"It's the little details that are vital. Little things make big things happen"--John Wooden (UCLA)

Perhaps Malzahn's greatest trait as a coach is his attention to detail. He has always been a compulsive note-taker, making sure to capture thoughts or concepts on paper so that he wouldn't overlook them at a later time. His mental process carries over to his daily routine as a coach because he emphasizes execution and preparation to his assistants and players.

The staff he has put together at Auburn were assistant coaches who share his attention to detail. Having talent is a necessity for success, but making the most of it is critical. Malzahn's attention to the finer points of the game is a big part of his overall plan to obtain the most out of his personnel, which is why the 2013 Auburn Tigers have been so successful.

Very few Auburn fans knew of Coach J.B. Grimes before he joined the AU staff, but Malzahn considered him one of the top offensive line coaches in the country when hiring the veteran assistant for his staff at Arkansas State and later at Auburn. Grimes is the embodiment of the type of teacher Malzahn wants working with his offensive linemen.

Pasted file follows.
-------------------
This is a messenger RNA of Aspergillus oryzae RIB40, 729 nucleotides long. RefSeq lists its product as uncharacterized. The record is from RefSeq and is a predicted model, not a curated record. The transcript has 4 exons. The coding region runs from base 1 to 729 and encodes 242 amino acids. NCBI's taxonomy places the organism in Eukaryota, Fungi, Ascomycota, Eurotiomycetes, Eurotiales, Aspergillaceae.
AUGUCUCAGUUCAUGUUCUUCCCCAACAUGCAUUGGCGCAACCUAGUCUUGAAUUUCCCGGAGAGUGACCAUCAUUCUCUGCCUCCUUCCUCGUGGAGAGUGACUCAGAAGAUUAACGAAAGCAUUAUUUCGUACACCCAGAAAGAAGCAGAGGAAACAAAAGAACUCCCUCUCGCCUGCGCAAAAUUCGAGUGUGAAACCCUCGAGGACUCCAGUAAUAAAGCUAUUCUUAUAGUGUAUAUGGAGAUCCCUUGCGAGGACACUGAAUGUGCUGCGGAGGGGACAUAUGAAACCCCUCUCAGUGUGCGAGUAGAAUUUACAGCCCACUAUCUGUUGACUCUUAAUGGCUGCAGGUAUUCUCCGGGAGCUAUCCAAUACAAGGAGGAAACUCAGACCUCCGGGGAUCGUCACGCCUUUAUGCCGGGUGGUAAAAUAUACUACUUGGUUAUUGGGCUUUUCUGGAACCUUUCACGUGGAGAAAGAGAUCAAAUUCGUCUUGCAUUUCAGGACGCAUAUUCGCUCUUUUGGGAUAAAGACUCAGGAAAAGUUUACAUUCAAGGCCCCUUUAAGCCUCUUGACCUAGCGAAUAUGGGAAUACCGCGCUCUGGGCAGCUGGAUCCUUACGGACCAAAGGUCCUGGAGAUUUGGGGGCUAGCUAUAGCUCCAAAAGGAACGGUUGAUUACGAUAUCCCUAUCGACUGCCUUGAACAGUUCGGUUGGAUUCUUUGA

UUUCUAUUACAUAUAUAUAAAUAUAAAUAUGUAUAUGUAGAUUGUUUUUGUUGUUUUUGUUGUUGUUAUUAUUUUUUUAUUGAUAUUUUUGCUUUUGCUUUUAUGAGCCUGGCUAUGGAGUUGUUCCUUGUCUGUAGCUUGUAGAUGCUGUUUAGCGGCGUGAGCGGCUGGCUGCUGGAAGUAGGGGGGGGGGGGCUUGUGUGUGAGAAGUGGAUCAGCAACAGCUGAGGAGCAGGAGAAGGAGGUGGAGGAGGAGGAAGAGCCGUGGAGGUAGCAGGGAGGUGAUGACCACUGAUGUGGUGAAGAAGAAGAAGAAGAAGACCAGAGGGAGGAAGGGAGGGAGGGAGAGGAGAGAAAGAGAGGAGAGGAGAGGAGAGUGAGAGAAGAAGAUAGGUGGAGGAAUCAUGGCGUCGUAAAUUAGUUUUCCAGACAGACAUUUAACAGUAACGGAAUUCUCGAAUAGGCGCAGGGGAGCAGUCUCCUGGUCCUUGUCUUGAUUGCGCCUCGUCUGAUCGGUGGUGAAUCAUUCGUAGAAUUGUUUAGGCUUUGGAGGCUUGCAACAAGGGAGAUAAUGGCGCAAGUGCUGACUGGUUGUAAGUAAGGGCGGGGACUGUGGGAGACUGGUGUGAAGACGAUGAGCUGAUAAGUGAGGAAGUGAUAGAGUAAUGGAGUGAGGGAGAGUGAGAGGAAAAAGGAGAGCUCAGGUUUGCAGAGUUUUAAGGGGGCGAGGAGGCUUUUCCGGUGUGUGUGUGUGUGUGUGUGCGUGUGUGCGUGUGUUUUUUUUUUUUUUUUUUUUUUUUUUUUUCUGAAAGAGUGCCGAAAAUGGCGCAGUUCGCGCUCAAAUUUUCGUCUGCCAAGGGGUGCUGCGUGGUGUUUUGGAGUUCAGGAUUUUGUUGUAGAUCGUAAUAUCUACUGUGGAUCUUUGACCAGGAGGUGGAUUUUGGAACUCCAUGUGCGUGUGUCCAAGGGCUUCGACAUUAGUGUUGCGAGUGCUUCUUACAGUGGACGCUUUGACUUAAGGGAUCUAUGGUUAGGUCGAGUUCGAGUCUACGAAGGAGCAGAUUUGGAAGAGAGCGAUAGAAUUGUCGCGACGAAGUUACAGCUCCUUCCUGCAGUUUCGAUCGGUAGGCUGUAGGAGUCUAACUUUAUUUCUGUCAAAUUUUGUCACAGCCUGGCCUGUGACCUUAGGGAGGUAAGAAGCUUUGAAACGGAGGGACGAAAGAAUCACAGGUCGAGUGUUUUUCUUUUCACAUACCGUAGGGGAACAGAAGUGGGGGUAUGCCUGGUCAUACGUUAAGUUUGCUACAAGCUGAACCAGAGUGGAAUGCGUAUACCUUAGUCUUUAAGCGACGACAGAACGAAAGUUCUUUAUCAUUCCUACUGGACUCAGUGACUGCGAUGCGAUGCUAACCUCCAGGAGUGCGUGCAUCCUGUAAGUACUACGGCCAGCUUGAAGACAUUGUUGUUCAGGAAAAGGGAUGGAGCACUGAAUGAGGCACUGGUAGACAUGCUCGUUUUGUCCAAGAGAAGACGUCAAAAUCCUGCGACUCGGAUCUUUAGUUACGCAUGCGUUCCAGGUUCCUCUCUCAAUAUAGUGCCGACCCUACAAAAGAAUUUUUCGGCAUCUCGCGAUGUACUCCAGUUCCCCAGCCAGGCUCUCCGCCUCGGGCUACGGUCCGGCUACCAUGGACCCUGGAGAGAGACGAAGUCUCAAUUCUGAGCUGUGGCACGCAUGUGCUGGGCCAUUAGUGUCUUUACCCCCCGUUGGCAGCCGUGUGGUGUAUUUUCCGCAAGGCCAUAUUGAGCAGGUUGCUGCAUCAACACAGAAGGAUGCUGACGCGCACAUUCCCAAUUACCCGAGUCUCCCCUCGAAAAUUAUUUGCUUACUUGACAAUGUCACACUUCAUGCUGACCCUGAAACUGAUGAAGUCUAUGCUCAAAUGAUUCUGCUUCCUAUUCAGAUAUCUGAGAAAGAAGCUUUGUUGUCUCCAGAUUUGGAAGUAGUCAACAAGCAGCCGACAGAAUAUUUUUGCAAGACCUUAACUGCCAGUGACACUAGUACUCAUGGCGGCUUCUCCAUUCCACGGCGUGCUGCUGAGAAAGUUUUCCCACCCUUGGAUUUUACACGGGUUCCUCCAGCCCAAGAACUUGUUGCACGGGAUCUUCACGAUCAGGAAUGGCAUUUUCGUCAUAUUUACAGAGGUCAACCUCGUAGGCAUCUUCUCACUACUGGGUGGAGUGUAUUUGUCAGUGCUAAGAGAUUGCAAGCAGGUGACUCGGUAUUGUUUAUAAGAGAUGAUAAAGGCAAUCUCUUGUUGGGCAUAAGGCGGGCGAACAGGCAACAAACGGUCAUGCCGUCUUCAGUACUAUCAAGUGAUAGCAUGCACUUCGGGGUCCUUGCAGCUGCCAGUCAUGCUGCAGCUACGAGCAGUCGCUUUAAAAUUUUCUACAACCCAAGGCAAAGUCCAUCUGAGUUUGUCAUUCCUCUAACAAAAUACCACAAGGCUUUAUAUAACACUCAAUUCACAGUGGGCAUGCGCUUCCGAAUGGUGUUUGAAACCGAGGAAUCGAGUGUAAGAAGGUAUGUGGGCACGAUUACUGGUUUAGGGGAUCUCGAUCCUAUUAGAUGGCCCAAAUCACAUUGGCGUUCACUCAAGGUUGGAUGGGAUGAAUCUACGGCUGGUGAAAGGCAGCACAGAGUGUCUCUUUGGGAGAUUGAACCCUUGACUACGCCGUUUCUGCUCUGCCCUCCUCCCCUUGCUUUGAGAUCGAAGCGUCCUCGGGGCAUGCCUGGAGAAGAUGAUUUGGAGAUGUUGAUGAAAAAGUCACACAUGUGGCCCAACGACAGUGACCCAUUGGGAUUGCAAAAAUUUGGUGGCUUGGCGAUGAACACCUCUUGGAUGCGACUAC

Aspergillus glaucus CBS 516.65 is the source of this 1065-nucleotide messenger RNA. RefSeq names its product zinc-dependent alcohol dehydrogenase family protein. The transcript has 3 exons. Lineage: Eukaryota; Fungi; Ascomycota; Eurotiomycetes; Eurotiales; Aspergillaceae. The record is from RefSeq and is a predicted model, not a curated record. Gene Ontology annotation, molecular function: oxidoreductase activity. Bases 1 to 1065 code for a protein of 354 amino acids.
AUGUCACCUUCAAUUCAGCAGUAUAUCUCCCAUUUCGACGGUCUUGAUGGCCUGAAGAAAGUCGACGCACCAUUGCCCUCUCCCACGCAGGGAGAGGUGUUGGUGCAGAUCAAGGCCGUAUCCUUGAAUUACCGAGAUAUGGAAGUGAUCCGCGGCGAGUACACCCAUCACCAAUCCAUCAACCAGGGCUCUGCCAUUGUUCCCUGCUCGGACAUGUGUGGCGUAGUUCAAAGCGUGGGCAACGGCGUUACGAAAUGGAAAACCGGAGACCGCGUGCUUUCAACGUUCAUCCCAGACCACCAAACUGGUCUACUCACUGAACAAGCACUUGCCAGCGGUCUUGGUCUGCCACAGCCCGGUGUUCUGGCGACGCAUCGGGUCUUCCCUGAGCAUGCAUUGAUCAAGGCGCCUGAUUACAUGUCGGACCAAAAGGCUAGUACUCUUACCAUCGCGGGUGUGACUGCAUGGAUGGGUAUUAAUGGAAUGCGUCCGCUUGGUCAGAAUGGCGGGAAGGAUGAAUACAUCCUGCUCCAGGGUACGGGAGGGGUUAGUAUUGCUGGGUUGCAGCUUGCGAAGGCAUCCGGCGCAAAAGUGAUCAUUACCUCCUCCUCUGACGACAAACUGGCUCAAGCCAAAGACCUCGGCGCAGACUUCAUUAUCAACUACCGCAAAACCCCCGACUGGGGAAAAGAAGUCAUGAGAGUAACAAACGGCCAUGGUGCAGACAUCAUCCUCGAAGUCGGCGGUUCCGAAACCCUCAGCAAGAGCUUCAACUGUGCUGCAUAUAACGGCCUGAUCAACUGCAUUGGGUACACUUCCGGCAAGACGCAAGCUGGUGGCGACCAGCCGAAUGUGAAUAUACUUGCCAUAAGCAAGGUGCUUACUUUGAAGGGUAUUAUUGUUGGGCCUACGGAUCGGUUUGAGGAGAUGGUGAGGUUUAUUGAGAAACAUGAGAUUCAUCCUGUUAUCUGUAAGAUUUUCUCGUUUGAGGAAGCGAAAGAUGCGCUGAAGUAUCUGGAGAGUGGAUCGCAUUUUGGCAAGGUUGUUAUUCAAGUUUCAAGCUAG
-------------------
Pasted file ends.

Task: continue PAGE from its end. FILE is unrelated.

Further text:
Grimes is relentless when it comes to fundamentals and execution. His vast experience and his ability to relate to his players is the perfect fit for what Malzahn wants from his position coaches.

On the other side of the football, Rodney Garner is doing the same thing with the defensive line. Both line coaches have demanded effort and execution from their players and the players responded. All players want to win, but it's up to their coaches to provide direction and structure for them to succeed.

Malzahn hired the best offensive coordinator available to implement and direct his offense in bringing Rhett Lashlee with him from Arkansas State. He hired a veteran defensive coordinator, Ellis Johnson, a coach with a proven track record of optimizing his level of talent and being a stickler for fundamentals. The assistants under Johnson are veteran SEC coaches with a long history of success.

All of Malzahn's assistant coaches are regarded to be strong recruiters, but more importantly they built their resumes on being sound coaches when it came to discipline and fundamentals.

Dating back to his days as a head football coach at the high school level, Malzahn has compiled an 80-plus winning percentage. He has made programs better after arriving, taking them all to a championship level of play.